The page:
, Former Director, Center for Transportation Studies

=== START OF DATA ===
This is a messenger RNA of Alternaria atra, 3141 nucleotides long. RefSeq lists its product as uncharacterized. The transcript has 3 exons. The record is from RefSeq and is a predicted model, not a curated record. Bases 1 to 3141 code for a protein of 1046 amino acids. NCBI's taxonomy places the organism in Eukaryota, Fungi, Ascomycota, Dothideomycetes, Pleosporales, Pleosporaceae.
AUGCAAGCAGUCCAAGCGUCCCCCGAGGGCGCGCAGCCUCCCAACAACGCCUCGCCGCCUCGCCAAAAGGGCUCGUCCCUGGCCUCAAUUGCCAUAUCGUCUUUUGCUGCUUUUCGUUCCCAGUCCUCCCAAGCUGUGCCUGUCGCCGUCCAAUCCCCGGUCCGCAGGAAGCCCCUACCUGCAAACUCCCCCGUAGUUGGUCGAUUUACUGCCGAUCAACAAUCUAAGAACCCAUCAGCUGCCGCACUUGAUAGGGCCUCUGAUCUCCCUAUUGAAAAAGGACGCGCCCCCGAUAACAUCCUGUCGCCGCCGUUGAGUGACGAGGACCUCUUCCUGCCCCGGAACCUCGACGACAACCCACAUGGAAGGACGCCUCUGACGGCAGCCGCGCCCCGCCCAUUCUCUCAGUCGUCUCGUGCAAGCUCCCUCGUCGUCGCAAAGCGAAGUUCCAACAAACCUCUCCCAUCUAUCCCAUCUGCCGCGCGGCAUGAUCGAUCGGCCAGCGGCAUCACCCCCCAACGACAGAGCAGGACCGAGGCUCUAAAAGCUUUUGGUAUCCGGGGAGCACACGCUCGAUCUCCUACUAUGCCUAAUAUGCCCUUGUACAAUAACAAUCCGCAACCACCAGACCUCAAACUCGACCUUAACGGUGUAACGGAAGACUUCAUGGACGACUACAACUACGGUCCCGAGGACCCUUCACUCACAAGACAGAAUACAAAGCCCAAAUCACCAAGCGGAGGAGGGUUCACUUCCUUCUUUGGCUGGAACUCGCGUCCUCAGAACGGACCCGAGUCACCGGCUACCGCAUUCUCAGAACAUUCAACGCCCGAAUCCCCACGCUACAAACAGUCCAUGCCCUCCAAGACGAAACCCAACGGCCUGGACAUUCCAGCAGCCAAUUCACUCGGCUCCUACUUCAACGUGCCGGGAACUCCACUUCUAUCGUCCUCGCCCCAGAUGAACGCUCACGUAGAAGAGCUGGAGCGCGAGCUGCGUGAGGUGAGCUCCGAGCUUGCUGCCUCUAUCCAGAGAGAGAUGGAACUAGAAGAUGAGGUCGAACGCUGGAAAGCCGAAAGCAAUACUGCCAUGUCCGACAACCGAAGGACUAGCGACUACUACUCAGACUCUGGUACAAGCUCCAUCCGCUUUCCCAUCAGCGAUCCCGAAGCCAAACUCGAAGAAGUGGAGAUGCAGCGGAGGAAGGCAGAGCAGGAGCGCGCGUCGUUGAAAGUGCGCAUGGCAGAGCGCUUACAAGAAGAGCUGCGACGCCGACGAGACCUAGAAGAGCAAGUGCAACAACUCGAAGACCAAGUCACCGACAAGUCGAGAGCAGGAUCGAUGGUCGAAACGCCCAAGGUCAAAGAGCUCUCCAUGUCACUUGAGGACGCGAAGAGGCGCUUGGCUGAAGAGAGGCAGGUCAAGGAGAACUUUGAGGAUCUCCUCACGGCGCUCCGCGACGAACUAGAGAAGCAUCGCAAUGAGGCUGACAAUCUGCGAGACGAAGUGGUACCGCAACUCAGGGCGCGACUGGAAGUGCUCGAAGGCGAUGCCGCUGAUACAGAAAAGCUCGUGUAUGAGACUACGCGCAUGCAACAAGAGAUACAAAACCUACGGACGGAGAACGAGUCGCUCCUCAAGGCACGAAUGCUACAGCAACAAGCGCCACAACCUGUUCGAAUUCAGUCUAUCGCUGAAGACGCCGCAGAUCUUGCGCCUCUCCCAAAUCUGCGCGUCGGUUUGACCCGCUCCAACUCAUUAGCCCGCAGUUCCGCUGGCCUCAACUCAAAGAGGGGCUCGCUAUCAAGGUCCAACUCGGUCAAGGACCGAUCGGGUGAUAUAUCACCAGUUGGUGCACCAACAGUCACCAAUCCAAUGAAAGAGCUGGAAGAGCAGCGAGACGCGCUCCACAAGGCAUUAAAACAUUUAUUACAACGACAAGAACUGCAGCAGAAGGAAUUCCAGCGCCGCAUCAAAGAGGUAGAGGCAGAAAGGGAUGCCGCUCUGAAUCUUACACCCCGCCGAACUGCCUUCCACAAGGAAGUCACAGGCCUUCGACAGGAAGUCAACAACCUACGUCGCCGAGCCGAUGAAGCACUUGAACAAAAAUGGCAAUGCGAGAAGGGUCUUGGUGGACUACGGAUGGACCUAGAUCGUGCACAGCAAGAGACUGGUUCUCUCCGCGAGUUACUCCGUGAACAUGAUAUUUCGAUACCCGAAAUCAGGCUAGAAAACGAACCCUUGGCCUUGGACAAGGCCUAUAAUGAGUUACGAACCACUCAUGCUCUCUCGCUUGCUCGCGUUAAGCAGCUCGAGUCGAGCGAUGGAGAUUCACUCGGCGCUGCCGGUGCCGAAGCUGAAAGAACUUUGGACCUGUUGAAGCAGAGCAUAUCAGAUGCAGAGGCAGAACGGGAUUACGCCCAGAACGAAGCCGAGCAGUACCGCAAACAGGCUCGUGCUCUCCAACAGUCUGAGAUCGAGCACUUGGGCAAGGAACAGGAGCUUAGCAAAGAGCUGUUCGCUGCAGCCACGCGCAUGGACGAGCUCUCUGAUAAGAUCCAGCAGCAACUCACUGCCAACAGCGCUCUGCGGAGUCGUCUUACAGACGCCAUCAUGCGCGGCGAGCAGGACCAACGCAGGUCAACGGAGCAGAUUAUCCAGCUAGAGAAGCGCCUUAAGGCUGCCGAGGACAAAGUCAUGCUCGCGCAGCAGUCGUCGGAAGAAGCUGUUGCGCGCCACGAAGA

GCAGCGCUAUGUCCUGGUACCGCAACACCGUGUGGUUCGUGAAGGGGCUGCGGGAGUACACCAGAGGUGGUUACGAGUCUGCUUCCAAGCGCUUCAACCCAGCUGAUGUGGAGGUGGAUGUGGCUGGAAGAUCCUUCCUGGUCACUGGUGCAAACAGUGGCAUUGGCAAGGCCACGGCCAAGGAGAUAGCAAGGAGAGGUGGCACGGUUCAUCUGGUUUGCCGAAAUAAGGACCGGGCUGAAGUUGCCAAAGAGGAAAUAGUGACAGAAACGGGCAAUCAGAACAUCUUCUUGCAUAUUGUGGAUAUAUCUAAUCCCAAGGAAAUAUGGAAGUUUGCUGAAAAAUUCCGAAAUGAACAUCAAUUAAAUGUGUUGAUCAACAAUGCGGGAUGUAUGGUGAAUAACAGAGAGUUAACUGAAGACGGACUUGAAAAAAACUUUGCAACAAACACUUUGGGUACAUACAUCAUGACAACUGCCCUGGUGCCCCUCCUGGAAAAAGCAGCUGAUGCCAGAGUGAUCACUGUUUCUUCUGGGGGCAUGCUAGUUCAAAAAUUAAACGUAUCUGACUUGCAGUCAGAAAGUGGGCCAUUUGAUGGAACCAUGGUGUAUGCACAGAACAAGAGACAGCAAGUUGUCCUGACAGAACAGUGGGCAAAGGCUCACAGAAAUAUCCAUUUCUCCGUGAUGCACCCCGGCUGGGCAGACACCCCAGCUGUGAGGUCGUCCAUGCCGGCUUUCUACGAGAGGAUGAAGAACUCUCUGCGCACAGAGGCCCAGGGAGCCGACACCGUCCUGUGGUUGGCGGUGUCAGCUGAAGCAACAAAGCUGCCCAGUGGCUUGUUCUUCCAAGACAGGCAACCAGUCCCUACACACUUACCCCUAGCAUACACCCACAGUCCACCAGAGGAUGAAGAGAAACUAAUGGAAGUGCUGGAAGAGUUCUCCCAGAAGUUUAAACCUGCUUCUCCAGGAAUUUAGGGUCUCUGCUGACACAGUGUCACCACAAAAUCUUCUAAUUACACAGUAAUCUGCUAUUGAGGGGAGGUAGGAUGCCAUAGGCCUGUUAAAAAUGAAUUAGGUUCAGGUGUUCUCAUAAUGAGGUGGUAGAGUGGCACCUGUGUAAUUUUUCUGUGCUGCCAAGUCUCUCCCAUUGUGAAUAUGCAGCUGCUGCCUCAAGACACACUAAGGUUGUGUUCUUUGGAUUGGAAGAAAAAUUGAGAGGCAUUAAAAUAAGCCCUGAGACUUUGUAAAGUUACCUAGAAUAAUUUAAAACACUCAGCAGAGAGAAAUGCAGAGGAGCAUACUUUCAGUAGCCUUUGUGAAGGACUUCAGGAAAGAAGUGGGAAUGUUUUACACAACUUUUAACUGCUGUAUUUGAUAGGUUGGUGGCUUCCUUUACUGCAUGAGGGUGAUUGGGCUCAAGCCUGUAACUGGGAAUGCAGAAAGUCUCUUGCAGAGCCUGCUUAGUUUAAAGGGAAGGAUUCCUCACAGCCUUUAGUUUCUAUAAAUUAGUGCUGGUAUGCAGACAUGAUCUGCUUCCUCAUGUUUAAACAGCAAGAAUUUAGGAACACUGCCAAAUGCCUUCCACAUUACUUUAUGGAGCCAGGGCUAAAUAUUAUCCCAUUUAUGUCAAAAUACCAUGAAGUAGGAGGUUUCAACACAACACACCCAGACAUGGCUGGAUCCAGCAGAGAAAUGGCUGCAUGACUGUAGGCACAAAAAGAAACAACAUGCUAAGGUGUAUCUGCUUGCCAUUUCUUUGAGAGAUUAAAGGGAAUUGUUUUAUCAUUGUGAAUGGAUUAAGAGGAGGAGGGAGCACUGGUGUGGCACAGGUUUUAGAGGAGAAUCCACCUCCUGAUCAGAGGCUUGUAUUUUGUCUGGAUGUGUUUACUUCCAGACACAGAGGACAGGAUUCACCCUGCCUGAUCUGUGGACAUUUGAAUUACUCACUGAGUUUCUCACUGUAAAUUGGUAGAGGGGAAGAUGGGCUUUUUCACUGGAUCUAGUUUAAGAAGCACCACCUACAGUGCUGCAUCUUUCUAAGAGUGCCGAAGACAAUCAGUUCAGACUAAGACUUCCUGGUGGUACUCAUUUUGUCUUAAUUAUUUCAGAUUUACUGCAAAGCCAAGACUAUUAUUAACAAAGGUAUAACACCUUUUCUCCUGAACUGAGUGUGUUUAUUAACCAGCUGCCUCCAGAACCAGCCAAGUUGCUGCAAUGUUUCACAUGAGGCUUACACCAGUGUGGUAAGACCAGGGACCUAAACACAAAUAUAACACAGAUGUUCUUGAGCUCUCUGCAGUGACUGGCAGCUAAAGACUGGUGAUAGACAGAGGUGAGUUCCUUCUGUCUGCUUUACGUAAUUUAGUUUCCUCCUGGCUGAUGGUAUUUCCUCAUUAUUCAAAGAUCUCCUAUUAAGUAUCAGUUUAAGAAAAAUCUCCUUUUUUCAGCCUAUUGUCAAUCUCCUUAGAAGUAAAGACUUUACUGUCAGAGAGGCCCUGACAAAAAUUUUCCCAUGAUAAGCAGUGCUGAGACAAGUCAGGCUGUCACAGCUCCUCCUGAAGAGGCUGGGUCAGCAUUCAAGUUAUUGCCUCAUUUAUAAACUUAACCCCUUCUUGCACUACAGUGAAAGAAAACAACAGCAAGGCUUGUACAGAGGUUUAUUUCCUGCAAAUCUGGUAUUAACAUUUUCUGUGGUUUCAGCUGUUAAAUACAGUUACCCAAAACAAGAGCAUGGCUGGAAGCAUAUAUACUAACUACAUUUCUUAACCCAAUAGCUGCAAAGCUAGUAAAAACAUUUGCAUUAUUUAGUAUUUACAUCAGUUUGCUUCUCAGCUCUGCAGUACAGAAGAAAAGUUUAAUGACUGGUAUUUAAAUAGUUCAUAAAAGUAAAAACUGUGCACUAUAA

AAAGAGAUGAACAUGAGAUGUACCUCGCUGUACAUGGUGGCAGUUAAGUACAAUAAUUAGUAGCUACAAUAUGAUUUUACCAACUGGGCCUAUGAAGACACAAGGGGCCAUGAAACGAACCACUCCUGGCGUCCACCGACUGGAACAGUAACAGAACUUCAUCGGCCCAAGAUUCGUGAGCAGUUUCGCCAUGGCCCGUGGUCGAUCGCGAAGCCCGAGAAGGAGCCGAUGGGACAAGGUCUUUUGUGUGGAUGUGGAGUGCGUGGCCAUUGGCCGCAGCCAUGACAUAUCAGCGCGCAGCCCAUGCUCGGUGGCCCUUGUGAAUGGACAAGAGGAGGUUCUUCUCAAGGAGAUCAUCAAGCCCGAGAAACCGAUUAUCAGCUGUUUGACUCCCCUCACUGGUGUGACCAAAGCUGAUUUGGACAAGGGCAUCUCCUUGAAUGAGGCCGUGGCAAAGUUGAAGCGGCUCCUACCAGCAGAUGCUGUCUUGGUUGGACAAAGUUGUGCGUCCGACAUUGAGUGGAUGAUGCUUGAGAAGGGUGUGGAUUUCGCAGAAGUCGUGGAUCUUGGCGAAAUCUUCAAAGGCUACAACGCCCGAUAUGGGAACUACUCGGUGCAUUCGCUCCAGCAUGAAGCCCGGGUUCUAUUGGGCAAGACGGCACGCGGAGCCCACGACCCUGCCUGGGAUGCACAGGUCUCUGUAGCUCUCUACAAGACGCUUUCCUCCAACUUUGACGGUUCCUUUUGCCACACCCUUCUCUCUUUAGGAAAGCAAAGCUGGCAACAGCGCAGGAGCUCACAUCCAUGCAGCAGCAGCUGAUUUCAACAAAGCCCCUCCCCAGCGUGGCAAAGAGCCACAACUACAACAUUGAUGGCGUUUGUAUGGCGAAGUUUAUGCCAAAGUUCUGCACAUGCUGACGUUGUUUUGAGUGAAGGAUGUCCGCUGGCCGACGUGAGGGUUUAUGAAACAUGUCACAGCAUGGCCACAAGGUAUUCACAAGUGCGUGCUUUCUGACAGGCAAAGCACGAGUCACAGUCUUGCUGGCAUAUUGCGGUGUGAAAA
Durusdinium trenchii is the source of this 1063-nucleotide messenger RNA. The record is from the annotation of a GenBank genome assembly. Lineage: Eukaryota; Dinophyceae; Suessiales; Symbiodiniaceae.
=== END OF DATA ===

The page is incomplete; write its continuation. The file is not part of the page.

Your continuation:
The accessibility provided by transportation networks has a direct influence on the value of land, particularly in urban areas. Improvements to transportation networks alter the relative accessibility of places and, in turn, their land values. Capitalizing on these accessibility benefits into land value provides a source of benefits that can be extracted in order to finance, at least partially, transportation facilities and services. This practice of "value capture" is particularly useful in cases where it is difficult or impossible to finance improvements from direct user charges. This research project explored how value capture can be used to fund transportation in Minnesota. Investigators? findings were integrated into a final report that covered: value creation as a result of transportation, a review of the existing financing framework, eight practical value creation strategies (Land Value Tax, Tax Increment Financing (TIF), Special Assessments, Transportation Utility Fees, Negotiated Exactions, Development Impact Fees, Joint Development, and Air Rights), and integration and implementation considerations for Minnesota. Each of the policies was evaluated according to four criteria: 1) efficiency, which relates to how well the policies allocate scarce resources; 2) equity, which describes the fairness of resource allocation among different strata of society; 3) sustainability, which refers to the ability of the policy to serve as an adequate, reliable source of transportation revenue; and 4) feasibility, which refers to the degree of political and administrative difficulty associated with each policy. Outreach occurred through two half-day workshops at project start-up and again when the draft study synthesis was completed. Educational workshops were conducted after study completion.